With the of­fi­cial launch of Shen­zhen Con­nect, there will be nearly 2,000 shares in to­tal which could be mu­tu­ally in­vested by both Hong Kong and main­land in­vestors, in­clud­ing 568 of Shang­hai’s A shares, 881 of Shen­zhen’s A shares, and 417 of Hong Kong stocks. This will def­i­nitely re­in­force Hong Kong’s po­si­tion as an in­ter­na­tional fi­nance cen­ter and the cen­ter of off­shore ren­minbi busi­ness. It shows the strong sup­port of the cen­tral gov­ern­ment to Hong Kong.

For the main­land, the Shang­hai-Hong Kong Stock Con­nect is just a pi­lot ex­per­i­ment to ex­plore the stock mar­ket. Since its start on Nov 17, 2014, de­spite the dra­matic and dis­as­trous fluc­tu­a­tions in stock mar­kets on the main­land, the Shang­hai Con­nect op­er­a­tions have gen­er­ally gone quite smoothly. Ben­e­fit­ting from the ex­pe­ri­ence of the Shang­hai Con­nect, the Shen­zhen Con­nect should there­fore be more sta­ble and flex­i­ble.

The big­gest mod­i­fi­ca­tion of the Shen­zhen Con­nect is the can­cel­la­tion of in­vest­ment lim­its. These have also been can­celed for the Shang­hai Con­nect. This will greatly fa­cil­i­tate in­vest­ment as well as boost the in­ter­na­tion­al­iza­tion of ren­minbi. With Bri­tain neg­a­tively af­fected by Brexit, Hong Kong’s po­si­tion as the cen­ter of the off­shore ren­minbi busi­ness will be much im­proved.

Al­though there are no longer any lim­i­ta­tions on the to­tal amount of in­vest­ment, the mar­ket is not 100 per­cent open yet. Both the Shang­hai and Shen­zhen Con­nects keep the daily quota — 13 bil­lion yuan ($1.89 bil­lion, or HK$14.65 bil­lion) for Hong Kong in­vestors and 10.5 bil­lion yuan for main­land in­vestors — to con­trol cross-bound­ary fund flows. It will very much de­pend on the ma­tu­rity and sta­bil­ity of the main­land’s fi­nan­cial mar­kets as to whether this quota can be re­laxed or even re­voked.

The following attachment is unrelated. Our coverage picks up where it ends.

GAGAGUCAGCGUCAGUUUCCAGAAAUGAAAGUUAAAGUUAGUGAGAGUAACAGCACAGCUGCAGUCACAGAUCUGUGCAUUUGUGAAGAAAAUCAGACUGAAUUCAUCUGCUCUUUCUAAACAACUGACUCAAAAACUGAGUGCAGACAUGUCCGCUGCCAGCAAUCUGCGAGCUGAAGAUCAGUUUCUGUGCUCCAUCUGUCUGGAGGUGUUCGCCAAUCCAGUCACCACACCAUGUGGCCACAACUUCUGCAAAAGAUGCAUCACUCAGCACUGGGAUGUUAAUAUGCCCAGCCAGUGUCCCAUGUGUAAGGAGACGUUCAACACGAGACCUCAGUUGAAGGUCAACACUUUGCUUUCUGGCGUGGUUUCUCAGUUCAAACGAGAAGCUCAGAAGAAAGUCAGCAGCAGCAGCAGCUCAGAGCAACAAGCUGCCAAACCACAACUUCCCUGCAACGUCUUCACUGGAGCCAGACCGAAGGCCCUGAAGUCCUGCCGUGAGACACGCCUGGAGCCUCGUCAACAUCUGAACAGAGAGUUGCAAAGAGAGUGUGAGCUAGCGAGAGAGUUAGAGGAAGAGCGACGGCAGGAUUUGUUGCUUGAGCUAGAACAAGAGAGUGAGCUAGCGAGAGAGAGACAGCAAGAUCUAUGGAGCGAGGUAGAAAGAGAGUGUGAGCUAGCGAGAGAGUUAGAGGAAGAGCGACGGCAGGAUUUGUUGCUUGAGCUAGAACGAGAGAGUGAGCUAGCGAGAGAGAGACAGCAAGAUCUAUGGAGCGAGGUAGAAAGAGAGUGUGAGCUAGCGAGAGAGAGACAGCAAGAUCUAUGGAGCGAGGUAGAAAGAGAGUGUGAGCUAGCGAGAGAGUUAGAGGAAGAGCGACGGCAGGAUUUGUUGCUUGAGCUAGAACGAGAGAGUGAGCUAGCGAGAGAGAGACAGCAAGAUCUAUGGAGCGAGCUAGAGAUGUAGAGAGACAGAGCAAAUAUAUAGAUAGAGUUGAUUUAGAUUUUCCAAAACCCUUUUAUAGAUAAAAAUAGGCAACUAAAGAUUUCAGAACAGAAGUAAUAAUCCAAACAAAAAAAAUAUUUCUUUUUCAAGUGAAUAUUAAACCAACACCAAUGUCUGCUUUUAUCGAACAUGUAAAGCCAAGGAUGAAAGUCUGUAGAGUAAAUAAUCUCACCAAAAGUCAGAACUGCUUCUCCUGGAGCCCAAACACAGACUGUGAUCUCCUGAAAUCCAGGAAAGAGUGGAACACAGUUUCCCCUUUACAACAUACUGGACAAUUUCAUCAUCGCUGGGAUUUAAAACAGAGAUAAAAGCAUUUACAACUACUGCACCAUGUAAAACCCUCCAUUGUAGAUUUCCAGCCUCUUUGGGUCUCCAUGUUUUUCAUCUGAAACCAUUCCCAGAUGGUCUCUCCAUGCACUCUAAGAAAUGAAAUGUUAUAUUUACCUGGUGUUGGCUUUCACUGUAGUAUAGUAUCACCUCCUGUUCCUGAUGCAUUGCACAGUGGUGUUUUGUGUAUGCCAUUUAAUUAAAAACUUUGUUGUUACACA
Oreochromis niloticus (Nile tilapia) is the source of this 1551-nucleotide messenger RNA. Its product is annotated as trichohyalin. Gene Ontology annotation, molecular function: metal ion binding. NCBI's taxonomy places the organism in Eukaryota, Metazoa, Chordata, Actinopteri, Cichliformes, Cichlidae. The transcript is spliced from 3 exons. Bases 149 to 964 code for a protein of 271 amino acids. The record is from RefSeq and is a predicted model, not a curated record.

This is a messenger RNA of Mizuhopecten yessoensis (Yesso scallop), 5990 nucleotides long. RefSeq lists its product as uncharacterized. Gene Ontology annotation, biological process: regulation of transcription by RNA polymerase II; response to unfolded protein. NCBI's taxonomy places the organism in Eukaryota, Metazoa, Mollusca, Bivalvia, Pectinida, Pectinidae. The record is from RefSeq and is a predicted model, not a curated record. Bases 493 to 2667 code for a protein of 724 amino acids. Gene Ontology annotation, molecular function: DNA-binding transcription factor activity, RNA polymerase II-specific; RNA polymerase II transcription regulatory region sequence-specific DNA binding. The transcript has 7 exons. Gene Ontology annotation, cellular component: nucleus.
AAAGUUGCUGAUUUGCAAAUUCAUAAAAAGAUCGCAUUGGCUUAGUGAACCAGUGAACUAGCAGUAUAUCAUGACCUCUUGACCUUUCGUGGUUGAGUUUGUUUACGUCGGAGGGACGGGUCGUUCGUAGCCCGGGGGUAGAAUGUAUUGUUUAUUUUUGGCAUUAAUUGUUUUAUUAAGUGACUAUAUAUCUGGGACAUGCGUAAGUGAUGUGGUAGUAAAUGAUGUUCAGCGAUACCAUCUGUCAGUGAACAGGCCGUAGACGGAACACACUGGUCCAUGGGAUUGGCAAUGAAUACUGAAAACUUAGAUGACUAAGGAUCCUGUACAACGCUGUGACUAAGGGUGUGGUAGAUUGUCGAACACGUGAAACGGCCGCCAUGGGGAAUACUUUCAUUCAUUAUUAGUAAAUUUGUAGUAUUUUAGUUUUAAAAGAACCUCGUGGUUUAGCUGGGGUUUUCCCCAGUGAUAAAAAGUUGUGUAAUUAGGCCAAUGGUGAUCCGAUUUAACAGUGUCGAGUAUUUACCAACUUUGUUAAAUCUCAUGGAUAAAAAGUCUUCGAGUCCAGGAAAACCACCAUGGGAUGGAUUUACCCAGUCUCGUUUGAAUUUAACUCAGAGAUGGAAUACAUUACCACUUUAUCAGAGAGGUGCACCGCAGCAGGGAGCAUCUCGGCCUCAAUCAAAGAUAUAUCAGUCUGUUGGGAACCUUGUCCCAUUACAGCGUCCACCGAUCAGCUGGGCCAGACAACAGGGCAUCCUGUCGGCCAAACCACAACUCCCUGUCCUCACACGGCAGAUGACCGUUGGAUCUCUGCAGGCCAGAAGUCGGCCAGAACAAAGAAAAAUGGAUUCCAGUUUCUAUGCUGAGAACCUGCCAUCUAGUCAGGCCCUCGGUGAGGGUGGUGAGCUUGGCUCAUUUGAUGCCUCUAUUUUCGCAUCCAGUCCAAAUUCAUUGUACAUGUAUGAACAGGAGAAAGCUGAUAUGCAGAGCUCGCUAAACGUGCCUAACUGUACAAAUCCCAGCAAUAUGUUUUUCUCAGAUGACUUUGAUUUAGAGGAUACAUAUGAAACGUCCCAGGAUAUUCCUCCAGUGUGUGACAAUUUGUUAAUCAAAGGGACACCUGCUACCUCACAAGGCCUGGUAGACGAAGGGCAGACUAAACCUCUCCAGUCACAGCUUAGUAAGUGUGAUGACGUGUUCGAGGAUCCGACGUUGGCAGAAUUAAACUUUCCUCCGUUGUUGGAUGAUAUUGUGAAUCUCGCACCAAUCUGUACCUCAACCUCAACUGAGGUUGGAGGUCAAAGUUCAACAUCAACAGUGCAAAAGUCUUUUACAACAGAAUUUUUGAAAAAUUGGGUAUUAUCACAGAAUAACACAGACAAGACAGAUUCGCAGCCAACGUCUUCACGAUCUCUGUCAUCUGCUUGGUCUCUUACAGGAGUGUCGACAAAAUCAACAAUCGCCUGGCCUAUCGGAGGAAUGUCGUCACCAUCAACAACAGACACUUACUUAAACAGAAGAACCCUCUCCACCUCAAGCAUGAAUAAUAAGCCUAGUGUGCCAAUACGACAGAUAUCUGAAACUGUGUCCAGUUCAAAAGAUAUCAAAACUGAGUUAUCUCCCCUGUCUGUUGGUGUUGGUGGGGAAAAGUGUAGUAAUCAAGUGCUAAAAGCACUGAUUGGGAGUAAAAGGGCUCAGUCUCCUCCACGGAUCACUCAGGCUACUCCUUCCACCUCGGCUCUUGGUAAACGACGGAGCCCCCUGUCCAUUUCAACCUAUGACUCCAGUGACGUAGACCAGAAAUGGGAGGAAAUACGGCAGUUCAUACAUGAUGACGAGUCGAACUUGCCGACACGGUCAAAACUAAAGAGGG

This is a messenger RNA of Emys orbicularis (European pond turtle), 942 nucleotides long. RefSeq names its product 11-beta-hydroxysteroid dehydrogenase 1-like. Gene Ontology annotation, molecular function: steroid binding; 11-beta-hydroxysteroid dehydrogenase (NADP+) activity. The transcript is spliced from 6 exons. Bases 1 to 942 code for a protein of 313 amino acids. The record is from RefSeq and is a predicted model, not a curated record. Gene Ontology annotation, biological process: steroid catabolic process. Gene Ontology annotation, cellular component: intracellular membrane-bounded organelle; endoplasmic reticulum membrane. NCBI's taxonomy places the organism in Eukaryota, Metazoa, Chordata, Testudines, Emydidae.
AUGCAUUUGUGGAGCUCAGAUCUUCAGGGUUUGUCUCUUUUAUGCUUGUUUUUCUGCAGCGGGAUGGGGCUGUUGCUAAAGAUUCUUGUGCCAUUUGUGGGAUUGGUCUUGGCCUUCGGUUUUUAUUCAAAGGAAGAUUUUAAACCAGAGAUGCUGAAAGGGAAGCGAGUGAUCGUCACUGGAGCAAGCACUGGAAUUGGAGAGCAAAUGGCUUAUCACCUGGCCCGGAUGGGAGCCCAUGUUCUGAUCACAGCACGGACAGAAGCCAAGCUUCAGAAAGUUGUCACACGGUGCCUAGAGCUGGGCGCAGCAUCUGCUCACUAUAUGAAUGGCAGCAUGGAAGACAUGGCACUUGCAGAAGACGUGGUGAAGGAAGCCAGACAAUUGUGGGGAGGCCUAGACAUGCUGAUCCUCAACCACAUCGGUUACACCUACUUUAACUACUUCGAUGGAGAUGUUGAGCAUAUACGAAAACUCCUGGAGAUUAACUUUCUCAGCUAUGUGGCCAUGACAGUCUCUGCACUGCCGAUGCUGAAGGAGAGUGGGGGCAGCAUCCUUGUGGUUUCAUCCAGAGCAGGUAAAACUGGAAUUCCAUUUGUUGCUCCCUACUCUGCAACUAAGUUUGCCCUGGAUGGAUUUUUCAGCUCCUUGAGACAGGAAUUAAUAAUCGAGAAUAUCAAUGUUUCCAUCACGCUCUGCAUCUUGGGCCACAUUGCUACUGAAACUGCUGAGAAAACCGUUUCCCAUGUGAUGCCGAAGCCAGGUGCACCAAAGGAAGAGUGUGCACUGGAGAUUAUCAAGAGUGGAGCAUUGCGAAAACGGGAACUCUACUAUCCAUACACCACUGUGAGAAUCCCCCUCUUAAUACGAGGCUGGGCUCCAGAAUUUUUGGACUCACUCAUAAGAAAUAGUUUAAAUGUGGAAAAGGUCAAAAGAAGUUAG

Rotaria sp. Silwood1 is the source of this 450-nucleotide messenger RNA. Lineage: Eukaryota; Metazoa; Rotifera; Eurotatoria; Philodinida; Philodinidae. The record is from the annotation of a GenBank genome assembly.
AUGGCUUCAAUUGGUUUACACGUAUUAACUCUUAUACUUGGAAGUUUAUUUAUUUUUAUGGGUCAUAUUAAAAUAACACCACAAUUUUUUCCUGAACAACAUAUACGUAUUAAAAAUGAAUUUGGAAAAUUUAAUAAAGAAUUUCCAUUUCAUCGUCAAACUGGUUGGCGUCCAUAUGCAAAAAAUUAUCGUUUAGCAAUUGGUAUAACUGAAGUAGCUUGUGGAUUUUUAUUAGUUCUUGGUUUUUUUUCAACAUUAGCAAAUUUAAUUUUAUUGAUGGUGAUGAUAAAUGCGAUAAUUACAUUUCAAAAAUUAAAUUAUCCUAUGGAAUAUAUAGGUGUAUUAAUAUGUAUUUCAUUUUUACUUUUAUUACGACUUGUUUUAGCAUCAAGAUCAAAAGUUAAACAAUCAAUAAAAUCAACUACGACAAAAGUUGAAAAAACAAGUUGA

According to the ac­cu­mu­lated data of the Shang­hai Con­nect, the south­ward flow of funds is no­tice­ably greater than the north­ward flow. This leads to the phe­nom­e­non of main­land cap­i­tal swarm­ing into Hong Kong. I be­lieve this will also be the case for the Shen­zhen Con­nect, es­pe­cially as the ren­minbi con­tin­ues to de­val­u­ate. More and more main­land in­vest­ments are ex­pected to hedge with Hong Kong stocks against fur­ther de­val­u­a­tion of the ren­minbi, as the Hong Kong dol­lar is linked to the US dol­lar.

But I also be­lieve Hong Kong in­vestors will pre­fer to buy Shen­zhen shares rather than Shang­hai ones. As we all know, with cre­ative in­dus­tries en­joy­ing a rapid ex­pan­sion in Shen­zhen, the Shen­zhen Stock Ex­change is abun­dant with the stocks of emerg­ing in­dus­tries, such as in­for­ma­tion tech­nol­ogy and me­dia, which will be more at­trac­tive for over­seas in­vestors. More­over, the ge­o­graph­i­cal prox­im­ity be­tween Hong Kong and Shen­zhen will in­tro­duces in­vestors to a more fa­mil­iar mar­ket. The re­ac­tion to all this is there­fore likely to be more pos­i­tive.

EDDY LI The au­thor is the pres­i­dent of the Chi­nese Man­u­fac­tur­ers’ As­so­ci­a­tion of Hong Kong. As we all know, with cre­ative in­dus­tries en­joy­ing a rapid ex­pan­sion in Shen­zhen, the Shen­zhen Stock Ex­change is abun­dant with the stocks of emerg­ing in­dus­tries, such as in­for­ma­tion tech­nol­ogy and me­dia, which will be more at­trac­tive for over­seas in­vestors.”

Hong Kong’s stock mar­ket is quite ma­ture af­ter decades of op­er­a­tions, and is at­trac­tive to many in­vestors with gen­er­ally rea­son­able PE (priceearn­ings) ra­tios and close sur­veil­lance. The con­nect be­tween the main­land and Hong Kong stock mar­kets will not only bring in­vest­ment to our city, it will also pro­mote Hong Kong as an as­set management cen­ter in Asia and en­able Hong Kong to par­tic­i­pate more ac­tively in the Belt and Road Ini­tia­tive.

This is not the first time for Hong Kong to en­joy the cen­tral gov­ern­ment’s pref­er­en­tial pol­icy in the fi­nance sec­tor. The ad­van­tage Hong Kong en­joys in the “One Coun­try, Two Sys­tems” pol­icy is much en­vied by other fi­nan­cial mar­kets. For for­eign com­peti­tors, Hong Kong be­longs to the “One Coun­try”, which will pro­vide poli­cies ben­e­fi­cial to us; and for main­land cities, Hong Kong is ad­van­ta­geous in adopt­ing a dif­fer­ent sys­tem.


Chief Ex­ec­u­tive Le­ung Chun-ying (right) and Chow Chung-kong, chair­man of Hong Kong Ex­changes and Clear­ing Ltd, ring the open­ing bell at the launch cer­e­mony of the Shen­zhen-Hong Kong Stock Con­nect on Monday.